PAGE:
In a win for class-action plaintiffs, a New Jersey judge has ruled that defendants can’t try to thin the herd by making selective offers of judgment.

Middlesex County Assignment Judge Travis Francis said permitting such offers would “undercut the salutary purposes of the class action procedure and make it significantly more difficult for members of the public to enforce remedial statutes,” such as the state’s Consumer Fraud Act.

Francis held in Gambrell v. Hess that “from this point forward no offers of judgment may be tendered in class actions, whether putative or certified, for reasons of public policy.”

One of the plaintiffs’ attorneys, Andrew Wolf of the Wolf Law Firm in North Brunswick, says the Oct. 31 ruling “advances the New Jersey Legislature’s approach to protecting consumers” and will “help level the playing field.”

The lead plaintiffs, Doris and Eugene Gambrell and Falguni Patel, allege that Hess Inc. mislabeled diesel fuel as regular gasoline, which damaged their cars’ engines, and improperly substituted one grade of gasoline for another.

Their suit includes counts of violations of the CFA, the Truth-in-Consumer Contract, Warranty and Notice Act and the New Jersey Motor Vehicle Fuel Retail Sales Act.

They seek monetary damages, a requirement that Hess notify all possible members of the class, and an injunction against further violations of the statutes and state regulations.

Hess, in June, made $20,000 offers of judgment to the Gambrells and to Patel under N.J. Court Rule 4:58, which encourages fair offers of monetary settlement and imposes consequences on parties who unwisely reject them and insist on trial.

Wolf demanded that the offers be withdrawn. He cited the rule’s prohibitions against such offers unless the only relief sought is monetary. Here, injunctive relief is also sought.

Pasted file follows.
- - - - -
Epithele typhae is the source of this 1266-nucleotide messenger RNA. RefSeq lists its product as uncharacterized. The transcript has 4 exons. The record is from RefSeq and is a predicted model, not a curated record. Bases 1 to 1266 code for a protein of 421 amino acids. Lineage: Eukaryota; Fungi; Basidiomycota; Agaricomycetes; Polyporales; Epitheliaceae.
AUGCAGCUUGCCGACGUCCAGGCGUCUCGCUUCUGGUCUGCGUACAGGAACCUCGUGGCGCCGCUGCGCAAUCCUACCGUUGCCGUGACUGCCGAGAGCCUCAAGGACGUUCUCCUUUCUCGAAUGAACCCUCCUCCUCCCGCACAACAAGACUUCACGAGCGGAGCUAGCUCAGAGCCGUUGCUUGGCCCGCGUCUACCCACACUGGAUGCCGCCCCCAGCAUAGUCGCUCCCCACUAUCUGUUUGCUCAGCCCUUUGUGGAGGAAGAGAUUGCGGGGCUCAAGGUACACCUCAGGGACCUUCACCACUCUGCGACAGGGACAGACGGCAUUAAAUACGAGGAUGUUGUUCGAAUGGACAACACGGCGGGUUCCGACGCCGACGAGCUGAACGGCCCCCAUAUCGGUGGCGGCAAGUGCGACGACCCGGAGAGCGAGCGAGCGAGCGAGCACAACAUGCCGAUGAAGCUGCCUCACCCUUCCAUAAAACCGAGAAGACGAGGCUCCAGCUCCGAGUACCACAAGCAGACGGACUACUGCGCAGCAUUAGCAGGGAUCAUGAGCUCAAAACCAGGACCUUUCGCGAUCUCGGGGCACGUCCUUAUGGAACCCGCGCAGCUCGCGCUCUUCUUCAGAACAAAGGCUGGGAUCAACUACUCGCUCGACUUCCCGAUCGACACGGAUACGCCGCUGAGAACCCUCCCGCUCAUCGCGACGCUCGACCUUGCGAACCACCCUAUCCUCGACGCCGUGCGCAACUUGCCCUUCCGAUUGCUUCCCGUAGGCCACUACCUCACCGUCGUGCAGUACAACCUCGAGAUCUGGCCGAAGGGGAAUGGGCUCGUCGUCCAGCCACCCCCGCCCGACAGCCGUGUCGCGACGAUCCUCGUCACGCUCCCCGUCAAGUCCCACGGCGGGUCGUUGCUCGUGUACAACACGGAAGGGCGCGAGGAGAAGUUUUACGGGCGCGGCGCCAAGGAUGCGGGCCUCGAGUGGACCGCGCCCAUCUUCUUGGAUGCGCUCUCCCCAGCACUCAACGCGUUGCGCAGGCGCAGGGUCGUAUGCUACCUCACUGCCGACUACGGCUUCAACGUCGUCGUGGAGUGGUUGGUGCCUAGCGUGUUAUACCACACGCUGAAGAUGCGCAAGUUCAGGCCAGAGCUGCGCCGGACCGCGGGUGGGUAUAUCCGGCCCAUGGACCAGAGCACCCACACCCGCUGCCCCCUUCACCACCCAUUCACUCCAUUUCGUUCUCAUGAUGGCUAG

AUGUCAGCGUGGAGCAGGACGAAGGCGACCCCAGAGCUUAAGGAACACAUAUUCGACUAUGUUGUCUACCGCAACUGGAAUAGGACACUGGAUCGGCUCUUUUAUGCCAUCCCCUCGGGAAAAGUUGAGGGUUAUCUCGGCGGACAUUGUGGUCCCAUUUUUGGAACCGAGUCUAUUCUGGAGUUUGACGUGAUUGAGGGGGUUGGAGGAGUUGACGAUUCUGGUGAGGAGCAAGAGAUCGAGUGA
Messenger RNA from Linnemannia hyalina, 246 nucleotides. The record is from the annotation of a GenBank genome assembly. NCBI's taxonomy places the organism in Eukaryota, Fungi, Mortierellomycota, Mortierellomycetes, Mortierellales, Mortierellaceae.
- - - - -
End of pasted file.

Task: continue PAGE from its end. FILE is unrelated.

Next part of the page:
Francis agreed, and also accepted Wolf’s argument that allowing a defendant to make offers of judgment in class actions would allow them to “pick off” particular plaintiffs and, in the process, undercut the viability of the class action.

“Allowing defendants to engage in the judicial equivalent of “Whack-A-Mole’ by tendering offers of judgment on successive names representatives of a putative class action undermines the CFA and similar remedial statutes enacted by the Legislature because it gives rise to conflicts of interest between the representatives and the class they represent,” Francis said.

He cited Gay v. Workers’ & Dairy Lunchmen’s Union, 86 F.R.D. 500 (N.D. Cal. 1980). In that case, the court rejected an offer of judgment to one plaintiff in a class action because allowing the plaintiff to consider it would be “tinged” by his self-interest against the interests of the other plaintiffs.

Francis also cited In re General Motors Corp. Pick-Up Truck Fuel Tank Products Liability Litigation, 55 F.3d 768 (3d Cir. 1985. In that case, the U.S. Court of Appeals for the Third Circuit rejected offers of judgment in a class action after finding that they were being used to “pick off” plaintiffs and undermine the objectives of class actions – the aggregation of similar and often small claims.

Francis rejected Hess’ argument that the offers of judgment should stand because of the state’s public policy favoring quick settlement of litigation.

“While the Court recognizes that the settlement of litigation and the conservation of limited judicial resources rank high in this State’s public policy … the Court also must remember that the Legislature enacted the CFA to eradicate the ever-growing menace of consumer fraud,” he added.

Hess’ attorney, Brian Molloy, of Woodbridge’s Wilentz, Goldman & Spitzer, did not return a telephone call.

Francis rejected plaintiffs’ request for counsel fees and costs, saying that while Hess’ offers of judgment were improper, they were not made in bad faith.